If Fitzgerald issues indictments, then the hounds that are currently baying across the blogosphere will leap into the mainstream media and whole affair, Iranian go-betweens and Rome burglaries included, will come into the mainstream of the mass media and network news where Mr. and Mrs. America can see it.

                          If Fitzgerald issues no indictments, the matter will not simply die away, in part because the press is now hotly engaged, after the new embarrassment of the Times over the imprisonment of the paper's Judith Miller. There is also an uncomfortable sense that the press had given the Bush administration too easy a ride after 9/11. And the Bush team is now on the ropes and its internal discipline breaking down, making it an easier target.

                          Then there is a separate Senate Select Intelligence Committee inquiry under way, and while the Republican chairman Pat Roberts of Kansas seems to be dragging his feet, the ranking Democrat, Jay Rockefeller of West Virginia, is now under growing Democratic Party pressure to pursue this question of falsifying the case for war.

                          And last week, Congressman Dennis Kucinich, D-Ohio, introduced a resolution to require the president and secretary of state to furnish to Congress documents relating to the so-called White House Iraq Group. Chief of staff Andrew Card formed the WHIG task force in August 2002 -- seven months before the invasion of Iraq, and Kucinich claims they were charged "with the mission of marketing a war in Iraq."

                          The group included: Rove, Libby, Condoleezza Rice, Karen Hughes, Mary Matalin and Stephen Hadley (now Bush's national security adviser) and produced white papers that put into dramatic form the intelligence on Iraq's supposed nuclear threat. WHIG launched its media blitz in September 2002, six months before the war. Rice memorably spoke of the prospect of "a mushroom cloud," and Card revealingly explained why he chose September, saying "From a marketing point of view, you don't introduce new products in August."

                          The marketing is over but the war goes on. The press is baying and the law closes in. The team of Bush loyalists in the White House is demoralized and braced for disaster.


                          © Copyright 2005 United Press International, Inc.

                          ###[/b][/quote]
                          Damn these electric sex pants!

                          26+31+34+42+44+46+64+67+82+06 = 10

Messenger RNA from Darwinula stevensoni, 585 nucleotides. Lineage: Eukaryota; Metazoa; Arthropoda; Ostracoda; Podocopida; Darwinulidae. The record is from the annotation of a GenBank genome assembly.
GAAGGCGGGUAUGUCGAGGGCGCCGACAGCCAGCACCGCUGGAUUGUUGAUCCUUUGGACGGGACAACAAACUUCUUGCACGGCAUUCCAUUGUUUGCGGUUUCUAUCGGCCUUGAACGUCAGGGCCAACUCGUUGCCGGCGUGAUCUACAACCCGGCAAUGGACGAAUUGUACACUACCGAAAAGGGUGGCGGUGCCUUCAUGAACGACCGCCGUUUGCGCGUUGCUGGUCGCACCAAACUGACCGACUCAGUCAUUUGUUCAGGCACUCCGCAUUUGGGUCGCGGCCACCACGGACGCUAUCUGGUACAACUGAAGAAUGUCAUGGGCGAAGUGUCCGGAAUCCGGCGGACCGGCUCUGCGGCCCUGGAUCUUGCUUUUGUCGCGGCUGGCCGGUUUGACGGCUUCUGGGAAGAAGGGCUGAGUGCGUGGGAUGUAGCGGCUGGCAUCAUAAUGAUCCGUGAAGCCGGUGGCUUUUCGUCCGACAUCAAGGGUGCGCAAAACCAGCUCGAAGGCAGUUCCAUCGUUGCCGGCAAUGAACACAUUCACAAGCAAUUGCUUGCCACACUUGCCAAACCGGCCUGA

Bring back the death penalty for corporations!

                          Comment


                          • #14
                            QUOTE(FAR52 @ Oct 24 2005, 10:01 AM) Quoted post

                            QUOTE(dvyyyyyy @ Oct 23 2005, 05:01 PM) Quoted post

                            FAR, I was betting on whether Plame was covert. I believe your wording was about whether they would get indicted for outing her. But she could still have been covert, regardless of whether the indictment comes down for that specfic offense. I think you have me on a technicality ... [img]style_emoticons/<#EMO_DIR#>/wink.gif[/img] Regardless, I won't mind paying the 12-pack. I still think it's been made clear she was covert, so we have a spirit of the bet vs. letter of the bet issue. Heh.

                            [/b][/quote]

                            Dvy:

                            The federal law that was being investigated (I forget the name of it now) contained at least two affirmative defenses. First, the definition of covert was limited to those who were operating in a foreign country -- or had done so within the the past 5 years (at least as I recall). The second related to intent -- namely, did the defendant know the person was covert when he/she revealed the operative's identity.

                            When the Rove aspect of the investigation first came to light, I reached the conclusion that Plame had been back in the country in excess of 5 years and could not, therefore, be considered covert. For me, that was the end of the story as far as the violation of the statute was concerned. Others have defended Rove, Libby etc. based on the fact that they did not know Plame was covert. I've never reached that conclusion.

                            I'm comfortable with my judgment that Plame was not covert as defined by the applicable statute. So, I don't mind revising the bet around this particular finding. So let's do this -- if there is a finding that Plame was in fact covert -- as defined by the statute -- then you win. If there is no such finding -- I win.

                            Fair enough?
                            [/b][/quote]


                            I guess I never got back to this thread.

                            Like I said, just be nice to Cardinal Girl. Glad we didn't bet a Rolen jersey.
                            Dude. Can. Fly.

                            Comment


                            • #15
                              I guess I don't understand the reference to CG. What's up with that?
                              "You can't handle my opinions." Moedrabowsky

                              Jeffro is a hell of a good man.

                              "A liberal is a man too broadminded to take his own side in a quarrel." - Robert Frost

                              Comment